I tested the 3DP slots on a Canon EF 16–35mm f/4L IS USM, at both close focusing and infinity focus. The Lee holder was mounted to the lens using Lee’s 77mm wide angle adapter ring. I also ran the tests both with a B+W XS-Pro protection filter (3mm) and without. The two focus positions are do the fact that the EF 16–35mm f/4L IS USM is not a parfocal lens, and at the closest focus setting the angle of view is somewhat wider than at infinity focus.
So the burning question, how well does it work?
As seen above, with the EF 16–35mm f/4L IS USM, there is no vignetting from the filter slots at 16mm at both infinity and close focus. With this specific lens, there’s slightly more vignetting at the minimum focus distance, however it’s not due to the slots but either the filter or wide angle adapter on the filter.
That said, this isn’t an exhaustive test. I only had my EF 16-35mm f/4L IS USM to test the slots on. Other 16mm wide angle lenses may very well perform differently.
That said, the slots do exactly what they were designed to do, allow you to shoot use wider angle lenses with more filters in the slots.
One of my lingering concerns with replacing the Lee slots is whether or not these slots would provide enough holding force to keep a filter from slipping out when in use. I tested these very crudely by putting them on a scale and pushing the holder down allowing the filter to slide as constantly as possible. The reading on the scale was approximated to an average of what I was seeing, and the force was calculated from that.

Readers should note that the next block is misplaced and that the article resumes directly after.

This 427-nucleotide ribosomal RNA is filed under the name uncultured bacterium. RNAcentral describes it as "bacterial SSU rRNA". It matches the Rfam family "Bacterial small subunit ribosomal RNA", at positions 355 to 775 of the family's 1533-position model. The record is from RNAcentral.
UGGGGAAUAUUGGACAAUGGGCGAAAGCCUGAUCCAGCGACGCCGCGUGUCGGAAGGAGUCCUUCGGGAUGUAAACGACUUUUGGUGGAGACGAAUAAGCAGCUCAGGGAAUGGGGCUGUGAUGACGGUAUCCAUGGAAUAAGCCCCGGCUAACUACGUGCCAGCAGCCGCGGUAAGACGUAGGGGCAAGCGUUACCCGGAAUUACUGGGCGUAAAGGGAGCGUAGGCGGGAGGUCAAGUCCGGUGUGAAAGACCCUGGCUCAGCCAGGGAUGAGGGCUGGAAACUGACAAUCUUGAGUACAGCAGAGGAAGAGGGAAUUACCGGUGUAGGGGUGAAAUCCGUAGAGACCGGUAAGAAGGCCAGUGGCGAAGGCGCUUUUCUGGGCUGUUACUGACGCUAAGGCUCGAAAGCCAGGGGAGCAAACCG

There’s a lot of confirmation of things we already knew, at least about the Lee slots. The performance is quite uniform, which is to be expected for filter slots that are all the same. The 3.3N measurement may be measurement error, or it may be a result of me only having really used 4 of the 6 provided slots since with the Lee slots I can’t shoot at 16mm without vignetting.
Likewise, the differences in the 3DP Ideas’ slots isn’t unexpected either. Each of the 3 tracks have had their spring positioning customized to insure that the middle section of the outer most slot to prevent vignetting.
Sure the outer most positions value of 2.3N is worse that the other two positions and the Lee slots. However, if I’m shooting 16mm with the Lee slots, I can’t have 3 slots in use anyway. Slightly lower holding force for an extra slot seems like a fair trade off to me. Moreover, even though the holding force is lower, 2.3N is still enough to hold a filter without it sliding unless you start shaking the camera.
What I was quite pleased to see, is that in this test, the 3DP Ideas slots perform every bit as well as the Lee slots.
In my testing, the 3DP Ideas’ filter slots do exactly what they set out to do. I can shoot with my 16–35mm lens at 16mm without worrying about the filter slots causing vignetting, which is a marked improvement compared to the stock Lee slots. Since getting my pair of these slots, I haven’t even bothered putting the Lee slots back on my holder.